If this housing situation is unavoidable, then vaccinating with one of the intranasal vaccines (InForce 3) that protects against the typical respiratory viruses like BRSV, PI3, and IBR is best as it gives quick protection within a few days and will last a few months. I have always liked the idea of the intranasal vaccines if only because they mimic the real way respiratory germs typically gain entrance to the body— through the nose. Otherwise, buildings with excellent air movement just above the height of the animals but allowing no drafts at bedding level (such as curtain barns, hoop houses, or large super hutches) are great for keeping weaned animals and bred heifers in.
Alternatives to Vaccinating
Are there alternatives to vaccinating? Again, the best “alternative” to vaccinating is likely a solid framework promoting basic healthful living. Autogenous vaccines can also serve as a true alternative to commercial vaccines. Autogenous vaccines are vaccines made right from your own herd and are highly specific to whatever is challenging your herd in particular. I have seen it work very well in a herd continually challenged by Staphylococcus aureus mastitis. By vaccinating animals at six months of age and at a year old, first-calf heifers coming fresh with Staph. aureus have been reduced from an average of five to six out of ten down to zero to one out of ten freshening. They are then vaccinated yearly about a month prior to the next calving. It took about three years for this beneficial effect to be seen. And that was with no other measures taken.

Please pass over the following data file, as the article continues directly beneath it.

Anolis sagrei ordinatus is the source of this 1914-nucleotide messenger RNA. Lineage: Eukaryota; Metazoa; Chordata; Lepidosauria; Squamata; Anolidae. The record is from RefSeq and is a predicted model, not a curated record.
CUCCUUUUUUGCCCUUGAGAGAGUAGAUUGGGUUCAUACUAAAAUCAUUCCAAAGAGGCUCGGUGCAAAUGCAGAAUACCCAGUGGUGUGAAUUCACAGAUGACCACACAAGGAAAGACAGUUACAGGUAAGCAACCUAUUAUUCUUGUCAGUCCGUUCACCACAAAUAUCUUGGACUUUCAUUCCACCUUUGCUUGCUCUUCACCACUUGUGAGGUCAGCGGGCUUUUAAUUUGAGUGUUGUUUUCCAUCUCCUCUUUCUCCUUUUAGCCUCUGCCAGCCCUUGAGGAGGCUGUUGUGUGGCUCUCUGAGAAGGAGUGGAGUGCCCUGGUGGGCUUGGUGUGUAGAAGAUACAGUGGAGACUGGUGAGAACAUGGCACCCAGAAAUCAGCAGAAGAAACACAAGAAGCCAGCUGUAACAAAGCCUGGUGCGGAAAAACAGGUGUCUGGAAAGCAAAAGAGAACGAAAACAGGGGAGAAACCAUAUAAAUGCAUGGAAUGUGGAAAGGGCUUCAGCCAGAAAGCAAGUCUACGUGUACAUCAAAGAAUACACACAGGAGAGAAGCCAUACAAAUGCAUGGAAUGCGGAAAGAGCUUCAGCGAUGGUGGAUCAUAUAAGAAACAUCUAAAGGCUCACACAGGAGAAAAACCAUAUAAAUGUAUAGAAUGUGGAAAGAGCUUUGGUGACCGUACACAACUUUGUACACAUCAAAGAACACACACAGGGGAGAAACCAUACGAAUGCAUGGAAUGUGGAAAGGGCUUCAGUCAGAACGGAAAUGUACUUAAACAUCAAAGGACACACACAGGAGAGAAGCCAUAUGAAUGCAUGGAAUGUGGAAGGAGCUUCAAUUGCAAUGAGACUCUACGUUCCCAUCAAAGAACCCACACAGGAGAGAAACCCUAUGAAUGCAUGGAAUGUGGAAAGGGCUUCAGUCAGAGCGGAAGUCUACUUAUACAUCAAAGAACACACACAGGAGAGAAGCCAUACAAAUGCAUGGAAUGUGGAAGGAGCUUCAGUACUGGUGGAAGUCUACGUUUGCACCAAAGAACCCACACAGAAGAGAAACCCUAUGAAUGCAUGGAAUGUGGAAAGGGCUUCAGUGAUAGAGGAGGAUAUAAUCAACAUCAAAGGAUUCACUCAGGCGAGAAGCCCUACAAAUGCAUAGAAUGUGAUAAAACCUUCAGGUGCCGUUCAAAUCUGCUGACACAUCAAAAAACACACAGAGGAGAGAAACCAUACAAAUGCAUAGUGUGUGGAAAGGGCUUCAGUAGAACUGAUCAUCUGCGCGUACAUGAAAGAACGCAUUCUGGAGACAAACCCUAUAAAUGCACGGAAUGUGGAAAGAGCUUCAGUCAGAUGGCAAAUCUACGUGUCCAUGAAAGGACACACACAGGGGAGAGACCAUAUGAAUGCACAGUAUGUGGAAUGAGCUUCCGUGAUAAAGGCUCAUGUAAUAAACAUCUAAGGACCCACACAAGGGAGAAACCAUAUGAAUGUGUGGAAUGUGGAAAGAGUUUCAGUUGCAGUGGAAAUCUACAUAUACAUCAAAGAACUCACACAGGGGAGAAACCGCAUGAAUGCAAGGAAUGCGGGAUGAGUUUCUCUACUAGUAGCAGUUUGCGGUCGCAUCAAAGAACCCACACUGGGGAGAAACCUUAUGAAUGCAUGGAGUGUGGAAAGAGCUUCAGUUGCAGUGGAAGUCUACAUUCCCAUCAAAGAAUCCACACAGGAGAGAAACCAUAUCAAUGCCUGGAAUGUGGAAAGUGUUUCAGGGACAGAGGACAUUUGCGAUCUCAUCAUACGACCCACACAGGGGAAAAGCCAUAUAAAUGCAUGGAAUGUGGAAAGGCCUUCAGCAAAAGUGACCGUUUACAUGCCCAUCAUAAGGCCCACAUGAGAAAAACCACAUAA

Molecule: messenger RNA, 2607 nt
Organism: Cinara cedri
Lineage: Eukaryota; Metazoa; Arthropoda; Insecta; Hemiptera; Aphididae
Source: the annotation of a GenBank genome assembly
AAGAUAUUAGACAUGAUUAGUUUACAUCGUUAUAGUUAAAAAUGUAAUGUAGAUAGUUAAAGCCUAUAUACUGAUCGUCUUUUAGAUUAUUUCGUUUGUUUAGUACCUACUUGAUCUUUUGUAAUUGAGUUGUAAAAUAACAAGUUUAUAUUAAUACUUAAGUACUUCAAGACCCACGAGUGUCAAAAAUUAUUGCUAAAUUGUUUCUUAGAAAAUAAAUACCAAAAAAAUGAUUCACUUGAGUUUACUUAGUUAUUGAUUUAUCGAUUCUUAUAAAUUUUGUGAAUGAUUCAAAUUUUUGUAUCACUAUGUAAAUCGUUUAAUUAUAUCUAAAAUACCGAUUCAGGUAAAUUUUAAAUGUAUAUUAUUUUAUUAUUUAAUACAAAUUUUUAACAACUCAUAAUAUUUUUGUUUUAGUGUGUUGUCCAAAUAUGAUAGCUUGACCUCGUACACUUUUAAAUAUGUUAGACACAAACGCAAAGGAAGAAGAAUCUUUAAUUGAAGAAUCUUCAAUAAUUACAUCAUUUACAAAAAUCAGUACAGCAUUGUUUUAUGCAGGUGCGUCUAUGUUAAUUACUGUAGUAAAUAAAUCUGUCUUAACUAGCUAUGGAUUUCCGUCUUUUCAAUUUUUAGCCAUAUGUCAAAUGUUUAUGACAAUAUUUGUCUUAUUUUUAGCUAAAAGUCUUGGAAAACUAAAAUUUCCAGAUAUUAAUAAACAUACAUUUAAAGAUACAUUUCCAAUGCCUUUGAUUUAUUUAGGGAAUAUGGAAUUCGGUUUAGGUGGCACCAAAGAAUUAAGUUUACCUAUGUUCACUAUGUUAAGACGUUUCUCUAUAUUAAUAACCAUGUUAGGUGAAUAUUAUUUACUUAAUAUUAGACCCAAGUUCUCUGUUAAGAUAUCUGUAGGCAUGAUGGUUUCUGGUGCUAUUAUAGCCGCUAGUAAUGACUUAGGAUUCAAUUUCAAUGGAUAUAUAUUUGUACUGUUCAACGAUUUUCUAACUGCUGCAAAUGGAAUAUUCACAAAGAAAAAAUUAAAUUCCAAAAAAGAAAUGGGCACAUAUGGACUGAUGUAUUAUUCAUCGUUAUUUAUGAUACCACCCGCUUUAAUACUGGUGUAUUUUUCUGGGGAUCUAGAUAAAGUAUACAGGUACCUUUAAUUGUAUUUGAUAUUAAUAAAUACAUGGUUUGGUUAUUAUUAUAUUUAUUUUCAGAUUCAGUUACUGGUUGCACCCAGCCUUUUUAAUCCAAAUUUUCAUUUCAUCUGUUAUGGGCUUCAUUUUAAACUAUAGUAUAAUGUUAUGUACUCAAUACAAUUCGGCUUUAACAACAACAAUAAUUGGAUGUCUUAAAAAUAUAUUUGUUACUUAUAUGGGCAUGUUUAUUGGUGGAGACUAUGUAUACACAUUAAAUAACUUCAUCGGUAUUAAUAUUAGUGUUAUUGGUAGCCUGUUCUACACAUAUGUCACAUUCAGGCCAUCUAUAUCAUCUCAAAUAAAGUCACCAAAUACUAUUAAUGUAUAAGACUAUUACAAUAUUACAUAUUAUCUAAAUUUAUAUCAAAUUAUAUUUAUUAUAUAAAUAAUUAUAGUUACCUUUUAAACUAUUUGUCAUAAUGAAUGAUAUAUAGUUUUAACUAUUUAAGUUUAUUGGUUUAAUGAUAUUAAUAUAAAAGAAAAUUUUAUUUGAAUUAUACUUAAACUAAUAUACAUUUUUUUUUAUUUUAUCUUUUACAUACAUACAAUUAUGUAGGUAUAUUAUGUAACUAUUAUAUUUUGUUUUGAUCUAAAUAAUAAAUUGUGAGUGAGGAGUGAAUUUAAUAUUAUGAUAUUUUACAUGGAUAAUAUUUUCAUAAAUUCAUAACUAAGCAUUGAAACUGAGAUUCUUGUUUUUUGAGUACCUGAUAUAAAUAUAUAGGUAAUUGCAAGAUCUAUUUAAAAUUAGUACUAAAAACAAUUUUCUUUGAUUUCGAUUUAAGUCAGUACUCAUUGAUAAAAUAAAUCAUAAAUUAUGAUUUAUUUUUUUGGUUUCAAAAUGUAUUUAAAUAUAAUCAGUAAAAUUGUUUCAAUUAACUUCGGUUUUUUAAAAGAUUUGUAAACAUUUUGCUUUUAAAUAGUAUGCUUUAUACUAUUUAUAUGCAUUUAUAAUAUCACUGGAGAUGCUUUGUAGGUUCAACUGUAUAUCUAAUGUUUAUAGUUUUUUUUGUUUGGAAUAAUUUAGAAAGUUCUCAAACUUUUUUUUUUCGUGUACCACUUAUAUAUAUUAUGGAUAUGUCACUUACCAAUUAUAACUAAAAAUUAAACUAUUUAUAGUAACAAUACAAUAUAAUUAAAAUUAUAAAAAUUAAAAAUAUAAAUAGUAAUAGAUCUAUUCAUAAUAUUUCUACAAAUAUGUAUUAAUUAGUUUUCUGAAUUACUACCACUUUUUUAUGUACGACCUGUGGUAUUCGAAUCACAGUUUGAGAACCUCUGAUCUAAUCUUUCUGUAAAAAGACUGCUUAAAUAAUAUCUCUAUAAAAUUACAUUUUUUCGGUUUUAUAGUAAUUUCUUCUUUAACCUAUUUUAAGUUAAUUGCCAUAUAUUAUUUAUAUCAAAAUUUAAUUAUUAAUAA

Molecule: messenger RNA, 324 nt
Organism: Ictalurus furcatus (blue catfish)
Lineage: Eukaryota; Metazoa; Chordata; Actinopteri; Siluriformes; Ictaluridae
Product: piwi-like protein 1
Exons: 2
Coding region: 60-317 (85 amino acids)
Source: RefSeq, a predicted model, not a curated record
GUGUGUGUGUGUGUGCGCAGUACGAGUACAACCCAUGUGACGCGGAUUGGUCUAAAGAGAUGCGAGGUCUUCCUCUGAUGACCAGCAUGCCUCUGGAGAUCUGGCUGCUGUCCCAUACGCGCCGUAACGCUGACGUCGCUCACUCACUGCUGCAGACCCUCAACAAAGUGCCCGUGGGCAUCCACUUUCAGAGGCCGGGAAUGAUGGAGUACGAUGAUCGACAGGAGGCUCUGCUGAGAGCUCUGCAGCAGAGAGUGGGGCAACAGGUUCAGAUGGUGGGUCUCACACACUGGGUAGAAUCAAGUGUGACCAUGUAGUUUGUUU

Homeopathic nosodes are sometimes used as alternatives. To what extent they are truly effective against hot challenges is open to speculation since only one real study, on kennel cough, has ever been done. Remember that anything will appear to work if there is no actual challenge. Maybe your feeding and housing practices are so good that they are the main factor preventing disease, not the homeopathic nosode. But maybe it’s both things working together! The real proof is when a hot challenge occurs—a good example is animals being shipped, mingled with yours, and kept together indoors during the winter. One thing for sure is that using homeopathic nosodes will not overload the immune system or create tolerance, as they don’t work in the same way vaccines do (animals exposed to nosodes do not produce antibody titers). Nosodes are very safe to give, but truly effective protection is an open question. Real homeopaths will tell you that nosodes are to be used only during a disease outbreak, as they are derived from actual disease material. Homeopathy does not generally put forth preventives, other than the pillars of health that I often mention: sound nutrition, clean and dry bedding, fresh air, etc.
I do think vaccines can be abused and harm the immune system if given excessively. I don’t quite understand how we humans can get a tetanus shot that lasts for ten years or a rabies vaccine that lasts five to ten years, but almost all the animal vaccines have instructions for revaccinating annually. Can’t they improve the vaccines? To be sure, there are many alternative veterinary medicine friends of mine (small animal and equine vets) that take a blood sample to check the protection level (titer) to see whether revaccination is necessary. Maybe that’s something farmers should consider before revaccinating as well?
What about not vaccinating at all? If everything has been fine and you have all the foundational pillars of health in place and you aren’t buying in animals and whoever visits your farm has sanitized boots, then it should be okay. Always remember this: keeping your animals in robust health by proper feeding, frequent exercise, allowing them to choose to go outdoors or stay inside, and clean and dry bedding is the first step in any immunization program.
Remember that the animals’ environment and feed play a much bigger part in staying healthy than vaccines. I’m not against vaccines, but the best “vaccine” for farm animals will always be fresh air, dry bedding, high-forage diets, and sunshine.
Source: Four-Seasons Organic Cow Care